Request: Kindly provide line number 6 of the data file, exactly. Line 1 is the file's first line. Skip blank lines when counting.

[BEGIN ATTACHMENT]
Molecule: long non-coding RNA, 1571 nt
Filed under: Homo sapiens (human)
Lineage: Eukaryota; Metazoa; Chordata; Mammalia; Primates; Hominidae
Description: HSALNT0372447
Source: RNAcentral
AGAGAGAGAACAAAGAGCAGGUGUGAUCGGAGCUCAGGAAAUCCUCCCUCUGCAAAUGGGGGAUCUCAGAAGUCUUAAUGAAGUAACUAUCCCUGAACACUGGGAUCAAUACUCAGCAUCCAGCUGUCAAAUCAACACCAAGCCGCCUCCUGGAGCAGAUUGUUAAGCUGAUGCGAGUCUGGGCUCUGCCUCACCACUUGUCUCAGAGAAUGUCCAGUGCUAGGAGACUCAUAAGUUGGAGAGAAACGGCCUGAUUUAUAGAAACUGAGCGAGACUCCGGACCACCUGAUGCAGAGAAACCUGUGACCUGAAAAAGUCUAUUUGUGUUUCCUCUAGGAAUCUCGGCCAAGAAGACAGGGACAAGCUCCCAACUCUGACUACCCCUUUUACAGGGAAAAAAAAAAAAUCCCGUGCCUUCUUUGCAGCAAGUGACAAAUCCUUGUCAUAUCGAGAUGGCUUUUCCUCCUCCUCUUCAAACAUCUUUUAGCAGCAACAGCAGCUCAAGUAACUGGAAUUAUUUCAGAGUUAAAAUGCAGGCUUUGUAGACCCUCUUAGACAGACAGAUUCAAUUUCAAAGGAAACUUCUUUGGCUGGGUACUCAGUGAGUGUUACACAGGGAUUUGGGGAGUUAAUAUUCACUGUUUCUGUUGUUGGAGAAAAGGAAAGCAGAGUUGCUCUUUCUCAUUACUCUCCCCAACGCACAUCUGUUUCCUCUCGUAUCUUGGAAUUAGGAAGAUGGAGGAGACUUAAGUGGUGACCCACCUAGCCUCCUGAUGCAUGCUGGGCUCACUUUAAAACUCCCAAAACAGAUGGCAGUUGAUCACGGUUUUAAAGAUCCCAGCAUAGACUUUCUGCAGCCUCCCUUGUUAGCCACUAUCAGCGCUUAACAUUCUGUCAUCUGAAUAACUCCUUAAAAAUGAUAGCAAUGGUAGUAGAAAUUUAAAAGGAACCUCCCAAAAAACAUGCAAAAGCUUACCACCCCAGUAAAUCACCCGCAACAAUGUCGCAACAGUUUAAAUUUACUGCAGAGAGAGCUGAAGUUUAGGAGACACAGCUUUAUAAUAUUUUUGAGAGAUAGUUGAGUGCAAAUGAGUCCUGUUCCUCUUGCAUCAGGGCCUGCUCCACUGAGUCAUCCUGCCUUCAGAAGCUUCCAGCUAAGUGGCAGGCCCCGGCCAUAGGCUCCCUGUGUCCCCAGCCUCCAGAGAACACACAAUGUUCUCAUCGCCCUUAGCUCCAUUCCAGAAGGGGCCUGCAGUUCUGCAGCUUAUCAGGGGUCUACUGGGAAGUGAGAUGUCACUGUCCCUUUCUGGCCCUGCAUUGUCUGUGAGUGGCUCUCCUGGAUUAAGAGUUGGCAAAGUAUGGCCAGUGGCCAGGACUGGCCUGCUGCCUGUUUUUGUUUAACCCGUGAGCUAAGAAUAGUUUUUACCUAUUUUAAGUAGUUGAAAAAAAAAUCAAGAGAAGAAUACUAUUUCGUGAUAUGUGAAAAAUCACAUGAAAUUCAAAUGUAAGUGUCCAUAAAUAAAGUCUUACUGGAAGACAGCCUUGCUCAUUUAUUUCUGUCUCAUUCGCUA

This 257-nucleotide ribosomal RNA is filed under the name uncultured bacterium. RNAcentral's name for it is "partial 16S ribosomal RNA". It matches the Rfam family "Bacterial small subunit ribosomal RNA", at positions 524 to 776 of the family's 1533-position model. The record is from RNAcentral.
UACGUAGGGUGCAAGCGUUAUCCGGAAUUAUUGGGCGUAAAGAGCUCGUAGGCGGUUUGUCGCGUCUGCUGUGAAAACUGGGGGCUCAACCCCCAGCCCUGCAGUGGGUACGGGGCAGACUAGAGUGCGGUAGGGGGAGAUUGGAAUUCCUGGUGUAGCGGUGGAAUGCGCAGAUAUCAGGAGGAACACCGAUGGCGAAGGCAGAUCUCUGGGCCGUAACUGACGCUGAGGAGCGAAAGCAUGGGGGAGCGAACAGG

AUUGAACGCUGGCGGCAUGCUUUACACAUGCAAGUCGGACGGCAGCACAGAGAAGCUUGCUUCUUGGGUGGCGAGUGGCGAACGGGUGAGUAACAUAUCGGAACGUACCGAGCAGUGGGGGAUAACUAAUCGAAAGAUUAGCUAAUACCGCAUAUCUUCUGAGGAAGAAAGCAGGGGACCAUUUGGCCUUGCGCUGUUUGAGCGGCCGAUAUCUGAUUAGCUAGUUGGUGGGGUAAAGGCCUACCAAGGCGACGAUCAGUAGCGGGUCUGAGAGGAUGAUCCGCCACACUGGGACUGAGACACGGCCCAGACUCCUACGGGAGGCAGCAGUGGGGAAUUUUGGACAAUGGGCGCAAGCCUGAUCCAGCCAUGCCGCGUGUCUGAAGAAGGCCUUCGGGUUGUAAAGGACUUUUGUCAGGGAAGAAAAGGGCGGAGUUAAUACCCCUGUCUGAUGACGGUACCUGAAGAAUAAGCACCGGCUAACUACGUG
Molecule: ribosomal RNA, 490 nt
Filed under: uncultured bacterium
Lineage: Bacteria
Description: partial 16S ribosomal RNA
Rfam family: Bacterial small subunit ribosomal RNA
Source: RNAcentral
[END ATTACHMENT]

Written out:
AGAGAGAGAACAAAGAGCAGGUGUGAUCGGAGCUCAGGAAAUCCUCCCUCUGCAAAUGGGGGAUCUCAGAAGUCUUAAUGAAGUAACUAUCCCUGAACACUGGGAUCAAUACUCAGCAUCCAGCUGUCAAAUCAACACCAAGCCGCCUCCUGGAGCAGAUUGUUAAGCUGAUGCGAGUCUGGGCUCUGCCUCACCACUUGUCUCAGAGAAUGUCCAGUGCUAGGAGACUCAUAAGUUGGAGAGAAACGGCCUGAUUUAUAGAAACUGAGCGAGACUCCGGACCACCUGAUGCAGAGAAACCUGUGACCUGAAAAAGUCUAUUUGUGUUUCCUCUAGGAAUCUCGGCCAAGAAGACAGGGACAAGCUCCCAACUCUGACUACCCCUUUUACAGGGAAAAAAAAAAAAUCCCGUGCCUUCUUUGCAGCAAGUGACAAAUCCUUGUCAUAUCGAGAUGGCUUUUCCUCCUCCUCUUCAAACAUCUUUUAGCAGCAACAGCAGCUCAAGUAACUGGAAUUAUUUCAGAGUUAAAAUGCAGGCUUUGUAGACCCUCUUAGACAGACAGAUUCAAUUUCAAAGGAAACUUCUUUGGCUGGGUACUCAGUGAGUGUUACACAGGGAUUUGGGGAGUUAAUAUUCACUGUUUCUGUUGUUGGAGAAAAGGAAAGCAGAGUUGCUCUUUCUCAUUACUCUCCCCAACGCACAUCUGUUUCCUCUCGUAUCUUGGAAUUAGGAAGAUGGAGGAGACUUAAGUGGUGACCCACCUAGCCUCCUGAUGCAUGCUGGGCUCACUUUAAAACUCCCAAAACAGAUGGCAGUUGAUCACGGUUUUAAAGAUCCCAGCAUAGACUUUCUGCAGCCUCCCUUGUUAGCCACUAUCAGCGCUUAACAUUCUGUCAUCUGAAUAACUCCUUAAAAAUGAUAGCAAUGGUAGUAGAAAUUUAAAAGGAACCUCCCAAAAAACAUGCAAAAGCUUACCACCCCAGUAAAUCACCCGCAACAAUGUCGCAACAGUUUAAAUUUACUGCAGAGAGAGCUGAAGUUUAGGAGACACAGCUUUAUAAUAUUUUUGAGAGAUAGUUGAGUGCAAAUGAGUCCUGUUCCUCUUGCAUCAGGGCCUGCUCCACUGAGUCAUCCUGCCUUCAGAAGCUUCCAGCUAAGUGGCAGGCCCCGGCCAUAGGCUCCCUGUGUCCCCAGCCUCCAGAGAACACACAAUGUUCUCAUCGCCCUUAGCUCCAUUCCAGAAGGGGCCUGCAGUUCUGCAGCUUAUCAGGGGUCUACUGGGAAGUGAGAUGUCACUGUCCCUUUCUGGCCCUGCAUUGUCUGUGAGUGGCUCUCCUGGAUUAAGAGUUGGCAAAGUAUGGCCAGUGGCCAGGACUGGCCUGCUGCCUGUUUUUGUUUAACCCGUGAGCUAAGAAUAGUUUUUACCUAUUUUAAGUAGUUGAAAAAAAAAUCAAGAGAAGAAUACUAUUUCGUGAUAUGUGAAAAAUCACAUGAAAUUCAAAUGUAAGUGUCCAUAAAUAAAGUCUUACUGGAAGACAGCCUUGCUCAUUUAUUUCUGUCUCAUUCGCUA